The Hive ransomware group has claimed responsibility for the cyber-attack against Tata Power disclosed by the company on October 14 and believed to have occurred on October 3.
The leak has reportedly affected several of Tata’s 12 million customers and includes PII like Aadhaar national identity card numbers, tax account numbers, salary information, addresses and phone numbers, among others.
The decision to pay or not to pay is a business call. If the organization is in a very vulnerable position, if there is a chance for extremely damaging information to be compromised, or if the potential business impact far outweighs the ransom payment, then the business may decide to pay.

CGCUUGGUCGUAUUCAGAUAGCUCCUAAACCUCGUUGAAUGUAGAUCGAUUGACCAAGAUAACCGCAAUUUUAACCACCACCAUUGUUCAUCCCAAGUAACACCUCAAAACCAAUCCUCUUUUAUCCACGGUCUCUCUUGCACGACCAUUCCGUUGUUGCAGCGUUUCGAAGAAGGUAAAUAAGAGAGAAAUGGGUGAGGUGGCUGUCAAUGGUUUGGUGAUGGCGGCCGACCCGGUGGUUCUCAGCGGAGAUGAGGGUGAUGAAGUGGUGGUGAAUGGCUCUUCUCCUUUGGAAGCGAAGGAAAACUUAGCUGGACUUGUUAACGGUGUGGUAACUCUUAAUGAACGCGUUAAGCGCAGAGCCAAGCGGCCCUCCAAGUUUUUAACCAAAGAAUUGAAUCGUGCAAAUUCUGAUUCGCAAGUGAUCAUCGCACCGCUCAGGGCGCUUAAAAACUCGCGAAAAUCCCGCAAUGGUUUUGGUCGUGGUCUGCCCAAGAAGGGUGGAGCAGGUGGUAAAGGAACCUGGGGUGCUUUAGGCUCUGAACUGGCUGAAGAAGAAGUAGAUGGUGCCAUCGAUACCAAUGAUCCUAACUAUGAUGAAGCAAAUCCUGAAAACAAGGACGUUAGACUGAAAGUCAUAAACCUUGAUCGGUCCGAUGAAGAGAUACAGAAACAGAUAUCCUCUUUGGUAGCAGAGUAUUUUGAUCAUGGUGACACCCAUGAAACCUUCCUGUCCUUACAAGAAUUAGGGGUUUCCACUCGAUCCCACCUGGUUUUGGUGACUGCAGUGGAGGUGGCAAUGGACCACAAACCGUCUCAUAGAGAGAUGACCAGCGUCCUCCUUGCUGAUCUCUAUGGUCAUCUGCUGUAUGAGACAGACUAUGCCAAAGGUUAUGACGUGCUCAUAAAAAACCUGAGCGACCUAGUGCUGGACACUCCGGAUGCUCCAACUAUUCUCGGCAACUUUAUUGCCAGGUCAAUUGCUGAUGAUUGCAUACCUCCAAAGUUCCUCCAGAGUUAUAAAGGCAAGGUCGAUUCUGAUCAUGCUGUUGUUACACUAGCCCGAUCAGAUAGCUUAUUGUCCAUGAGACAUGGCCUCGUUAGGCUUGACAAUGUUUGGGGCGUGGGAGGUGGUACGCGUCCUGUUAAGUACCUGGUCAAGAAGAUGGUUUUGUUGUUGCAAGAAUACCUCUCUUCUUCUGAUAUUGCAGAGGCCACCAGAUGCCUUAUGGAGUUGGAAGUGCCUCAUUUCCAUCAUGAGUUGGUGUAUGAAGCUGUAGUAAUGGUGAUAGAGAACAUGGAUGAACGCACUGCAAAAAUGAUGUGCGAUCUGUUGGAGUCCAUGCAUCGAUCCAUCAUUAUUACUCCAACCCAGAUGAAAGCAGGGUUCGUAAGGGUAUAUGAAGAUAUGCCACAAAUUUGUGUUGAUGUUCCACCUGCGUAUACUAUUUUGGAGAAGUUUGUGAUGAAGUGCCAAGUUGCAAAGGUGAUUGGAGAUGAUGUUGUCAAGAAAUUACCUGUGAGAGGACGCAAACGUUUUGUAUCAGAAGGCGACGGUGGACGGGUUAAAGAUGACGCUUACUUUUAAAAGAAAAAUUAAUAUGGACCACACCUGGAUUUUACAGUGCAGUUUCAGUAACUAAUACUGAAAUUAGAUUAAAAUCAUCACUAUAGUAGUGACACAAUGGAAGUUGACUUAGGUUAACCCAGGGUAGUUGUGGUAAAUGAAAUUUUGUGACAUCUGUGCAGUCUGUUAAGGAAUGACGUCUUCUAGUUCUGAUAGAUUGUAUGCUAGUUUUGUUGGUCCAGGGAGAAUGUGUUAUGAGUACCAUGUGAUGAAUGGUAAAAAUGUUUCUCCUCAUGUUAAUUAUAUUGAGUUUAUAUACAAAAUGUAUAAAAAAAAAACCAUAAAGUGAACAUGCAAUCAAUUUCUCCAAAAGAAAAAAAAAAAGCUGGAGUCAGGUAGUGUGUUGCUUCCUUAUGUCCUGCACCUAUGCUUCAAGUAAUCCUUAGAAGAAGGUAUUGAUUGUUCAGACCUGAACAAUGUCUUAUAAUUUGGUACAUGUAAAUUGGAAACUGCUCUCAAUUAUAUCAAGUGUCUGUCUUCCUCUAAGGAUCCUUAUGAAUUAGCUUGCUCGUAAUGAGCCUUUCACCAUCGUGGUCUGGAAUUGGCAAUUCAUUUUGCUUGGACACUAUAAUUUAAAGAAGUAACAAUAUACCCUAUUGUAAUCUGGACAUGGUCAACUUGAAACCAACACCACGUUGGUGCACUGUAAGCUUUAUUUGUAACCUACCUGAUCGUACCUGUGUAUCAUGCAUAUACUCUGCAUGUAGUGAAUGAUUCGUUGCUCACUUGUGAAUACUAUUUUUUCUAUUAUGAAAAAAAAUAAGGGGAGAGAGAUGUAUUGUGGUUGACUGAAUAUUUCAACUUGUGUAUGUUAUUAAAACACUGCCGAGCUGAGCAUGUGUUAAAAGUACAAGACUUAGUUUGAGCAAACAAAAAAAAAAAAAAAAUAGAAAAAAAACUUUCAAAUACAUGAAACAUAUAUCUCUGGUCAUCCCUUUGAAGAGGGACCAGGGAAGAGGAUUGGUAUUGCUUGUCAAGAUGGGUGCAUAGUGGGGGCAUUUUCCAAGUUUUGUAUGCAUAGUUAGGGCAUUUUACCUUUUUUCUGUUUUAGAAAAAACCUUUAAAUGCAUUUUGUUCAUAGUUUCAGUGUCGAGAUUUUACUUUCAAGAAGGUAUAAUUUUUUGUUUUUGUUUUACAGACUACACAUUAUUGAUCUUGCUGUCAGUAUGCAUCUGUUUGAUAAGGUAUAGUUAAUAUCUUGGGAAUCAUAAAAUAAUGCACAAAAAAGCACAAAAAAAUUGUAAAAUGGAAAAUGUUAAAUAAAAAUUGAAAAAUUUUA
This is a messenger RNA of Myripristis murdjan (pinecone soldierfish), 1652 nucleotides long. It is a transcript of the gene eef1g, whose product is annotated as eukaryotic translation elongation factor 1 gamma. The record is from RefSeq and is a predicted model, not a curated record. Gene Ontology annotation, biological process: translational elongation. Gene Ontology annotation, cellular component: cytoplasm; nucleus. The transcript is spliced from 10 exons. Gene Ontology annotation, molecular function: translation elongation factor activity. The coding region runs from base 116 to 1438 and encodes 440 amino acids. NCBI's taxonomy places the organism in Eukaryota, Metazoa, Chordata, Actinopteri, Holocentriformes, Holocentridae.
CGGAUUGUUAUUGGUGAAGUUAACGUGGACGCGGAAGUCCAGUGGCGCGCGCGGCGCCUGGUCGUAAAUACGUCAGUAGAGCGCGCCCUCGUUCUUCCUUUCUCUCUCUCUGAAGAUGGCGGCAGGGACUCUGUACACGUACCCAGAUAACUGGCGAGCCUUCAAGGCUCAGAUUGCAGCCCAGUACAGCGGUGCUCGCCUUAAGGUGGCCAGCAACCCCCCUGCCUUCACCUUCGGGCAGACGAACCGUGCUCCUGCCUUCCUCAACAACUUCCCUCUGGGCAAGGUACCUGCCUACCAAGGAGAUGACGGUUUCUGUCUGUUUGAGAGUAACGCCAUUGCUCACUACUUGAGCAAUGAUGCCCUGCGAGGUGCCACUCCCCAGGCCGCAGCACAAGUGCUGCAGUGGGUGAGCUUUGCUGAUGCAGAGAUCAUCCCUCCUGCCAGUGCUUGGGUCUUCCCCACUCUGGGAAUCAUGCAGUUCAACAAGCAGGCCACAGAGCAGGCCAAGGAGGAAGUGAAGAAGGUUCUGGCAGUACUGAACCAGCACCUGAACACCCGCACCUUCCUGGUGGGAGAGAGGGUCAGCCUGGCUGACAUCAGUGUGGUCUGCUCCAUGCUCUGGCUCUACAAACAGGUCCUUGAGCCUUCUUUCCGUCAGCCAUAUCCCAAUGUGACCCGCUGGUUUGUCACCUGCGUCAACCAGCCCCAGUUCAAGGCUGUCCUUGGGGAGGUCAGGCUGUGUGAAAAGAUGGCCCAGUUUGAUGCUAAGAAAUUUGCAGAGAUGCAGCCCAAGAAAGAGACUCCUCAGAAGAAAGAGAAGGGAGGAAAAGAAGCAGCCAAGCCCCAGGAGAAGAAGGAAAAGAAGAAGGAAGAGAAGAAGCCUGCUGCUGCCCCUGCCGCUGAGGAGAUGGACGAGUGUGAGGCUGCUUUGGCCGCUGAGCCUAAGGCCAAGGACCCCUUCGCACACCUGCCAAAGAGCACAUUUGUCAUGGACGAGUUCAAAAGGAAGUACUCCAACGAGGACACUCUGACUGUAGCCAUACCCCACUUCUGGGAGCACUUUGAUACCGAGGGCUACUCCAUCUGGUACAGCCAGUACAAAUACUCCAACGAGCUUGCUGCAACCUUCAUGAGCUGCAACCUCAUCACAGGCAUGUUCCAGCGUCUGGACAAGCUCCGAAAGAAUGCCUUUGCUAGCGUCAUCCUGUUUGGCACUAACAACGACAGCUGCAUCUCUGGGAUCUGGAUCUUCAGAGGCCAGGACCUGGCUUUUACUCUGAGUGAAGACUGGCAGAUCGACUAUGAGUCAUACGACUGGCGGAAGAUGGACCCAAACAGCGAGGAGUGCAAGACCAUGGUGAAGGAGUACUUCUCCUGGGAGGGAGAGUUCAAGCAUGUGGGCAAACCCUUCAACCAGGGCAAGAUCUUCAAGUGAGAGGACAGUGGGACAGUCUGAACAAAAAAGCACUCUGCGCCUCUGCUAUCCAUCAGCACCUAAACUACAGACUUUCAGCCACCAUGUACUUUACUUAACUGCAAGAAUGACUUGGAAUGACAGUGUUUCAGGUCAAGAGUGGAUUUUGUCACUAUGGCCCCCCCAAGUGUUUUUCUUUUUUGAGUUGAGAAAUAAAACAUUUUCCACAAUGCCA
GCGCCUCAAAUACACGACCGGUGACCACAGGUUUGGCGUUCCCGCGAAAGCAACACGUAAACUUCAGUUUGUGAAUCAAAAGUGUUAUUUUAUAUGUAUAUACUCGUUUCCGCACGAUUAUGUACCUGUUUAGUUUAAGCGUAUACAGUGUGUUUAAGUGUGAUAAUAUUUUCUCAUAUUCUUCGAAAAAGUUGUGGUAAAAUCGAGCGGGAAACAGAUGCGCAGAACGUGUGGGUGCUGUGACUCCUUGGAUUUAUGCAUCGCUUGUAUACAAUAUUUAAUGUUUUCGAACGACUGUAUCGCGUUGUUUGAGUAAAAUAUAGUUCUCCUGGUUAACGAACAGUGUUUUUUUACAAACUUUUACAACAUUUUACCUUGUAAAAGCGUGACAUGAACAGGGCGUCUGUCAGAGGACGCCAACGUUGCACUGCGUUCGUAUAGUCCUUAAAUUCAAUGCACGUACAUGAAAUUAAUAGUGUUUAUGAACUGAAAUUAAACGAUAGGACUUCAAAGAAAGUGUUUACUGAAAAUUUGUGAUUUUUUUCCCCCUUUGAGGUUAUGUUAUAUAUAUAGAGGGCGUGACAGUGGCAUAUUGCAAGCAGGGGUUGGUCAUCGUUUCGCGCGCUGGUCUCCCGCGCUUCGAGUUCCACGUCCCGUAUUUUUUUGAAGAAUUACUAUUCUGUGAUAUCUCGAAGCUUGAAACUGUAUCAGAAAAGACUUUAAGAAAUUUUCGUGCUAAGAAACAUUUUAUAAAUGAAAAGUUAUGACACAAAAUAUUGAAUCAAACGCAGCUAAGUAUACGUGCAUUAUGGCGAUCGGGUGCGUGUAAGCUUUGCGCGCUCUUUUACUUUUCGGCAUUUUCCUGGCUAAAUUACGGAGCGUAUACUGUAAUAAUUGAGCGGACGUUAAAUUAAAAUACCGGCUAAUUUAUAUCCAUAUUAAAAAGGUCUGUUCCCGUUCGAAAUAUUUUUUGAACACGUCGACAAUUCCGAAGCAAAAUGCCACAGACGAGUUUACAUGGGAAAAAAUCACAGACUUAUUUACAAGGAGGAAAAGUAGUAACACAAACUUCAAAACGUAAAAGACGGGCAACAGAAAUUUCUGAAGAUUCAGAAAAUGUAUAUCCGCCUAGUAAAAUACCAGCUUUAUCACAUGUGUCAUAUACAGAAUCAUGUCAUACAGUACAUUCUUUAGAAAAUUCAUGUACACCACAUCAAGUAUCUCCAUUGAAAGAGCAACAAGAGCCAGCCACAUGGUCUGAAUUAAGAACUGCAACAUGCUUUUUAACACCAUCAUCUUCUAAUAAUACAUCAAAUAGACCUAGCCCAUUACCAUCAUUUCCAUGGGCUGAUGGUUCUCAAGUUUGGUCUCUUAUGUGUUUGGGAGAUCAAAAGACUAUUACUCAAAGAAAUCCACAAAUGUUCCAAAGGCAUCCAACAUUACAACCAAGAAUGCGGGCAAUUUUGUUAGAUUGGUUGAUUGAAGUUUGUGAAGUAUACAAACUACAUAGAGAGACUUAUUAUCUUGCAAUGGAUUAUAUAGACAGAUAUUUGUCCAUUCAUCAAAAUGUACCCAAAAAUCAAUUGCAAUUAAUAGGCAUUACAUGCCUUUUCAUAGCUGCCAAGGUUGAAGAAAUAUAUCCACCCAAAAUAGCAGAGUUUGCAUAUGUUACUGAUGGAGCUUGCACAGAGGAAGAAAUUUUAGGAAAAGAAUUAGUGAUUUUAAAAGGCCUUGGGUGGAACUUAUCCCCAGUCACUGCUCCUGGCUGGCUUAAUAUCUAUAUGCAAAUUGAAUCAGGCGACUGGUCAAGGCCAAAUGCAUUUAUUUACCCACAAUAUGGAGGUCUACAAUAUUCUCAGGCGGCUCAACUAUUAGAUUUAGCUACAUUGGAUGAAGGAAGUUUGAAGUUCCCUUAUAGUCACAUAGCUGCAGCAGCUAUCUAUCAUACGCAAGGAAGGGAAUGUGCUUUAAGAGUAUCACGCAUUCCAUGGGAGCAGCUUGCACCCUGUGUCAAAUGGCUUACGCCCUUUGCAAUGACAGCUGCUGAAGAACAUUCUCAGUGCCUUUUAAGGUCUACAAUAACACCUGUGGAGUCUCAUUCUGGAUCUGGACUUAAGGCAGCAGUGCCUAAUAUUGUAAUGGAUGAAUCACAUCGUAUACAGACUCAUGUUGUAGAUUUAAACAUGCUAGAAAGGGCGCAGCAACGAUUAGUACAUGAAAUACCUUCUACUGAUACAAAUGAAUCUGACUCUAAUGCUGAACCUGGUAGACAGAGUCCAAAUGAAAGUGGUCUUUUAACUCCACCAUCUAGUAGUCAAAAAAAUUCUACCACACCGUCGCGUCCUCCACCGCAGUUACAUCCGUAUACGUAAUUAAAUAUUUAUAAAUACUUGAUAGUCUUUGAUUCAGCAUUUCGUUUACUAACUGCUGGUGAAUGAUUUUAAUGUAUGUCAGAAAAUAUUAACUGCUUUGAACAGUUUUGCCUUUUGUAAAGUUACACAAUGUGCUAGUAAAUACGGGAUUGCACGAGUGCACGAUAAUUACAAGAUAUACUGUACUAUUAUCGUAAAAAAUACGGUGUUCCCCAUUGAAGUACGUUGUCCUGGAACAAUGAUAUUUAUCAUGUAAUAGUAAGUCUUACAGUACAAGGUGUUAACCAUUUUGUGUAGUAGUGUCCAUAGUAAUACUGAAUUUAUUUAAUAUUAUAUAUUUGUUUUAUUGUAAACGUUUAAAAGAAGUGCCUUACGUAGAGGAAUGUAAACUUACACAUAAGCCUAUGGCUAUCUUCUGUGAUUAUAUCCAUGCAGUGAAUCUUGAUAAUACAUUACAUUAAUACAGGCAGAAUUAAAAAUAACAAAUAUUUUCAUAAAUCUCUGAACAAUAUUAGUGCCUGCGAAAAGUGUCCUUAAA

Another aspect to consider in this scenario is the rules of the cyber insurance carrier. Some Cyber Insurers prohibit the payment of a ransom. This means that a ransomware Incident Response playbook must have a very defined and comprehensive declaration and approval process that goes to the top of the executive team.
More generally, increasing the chances of defending against ransomware begins with watching the front and back doors. The best way to defend against ransomware is never to let it take root in your systems. The next best way is to have a bulletproof, trusted recovery strategy to minimize downtime and eliminate the ‘ransom’ debate.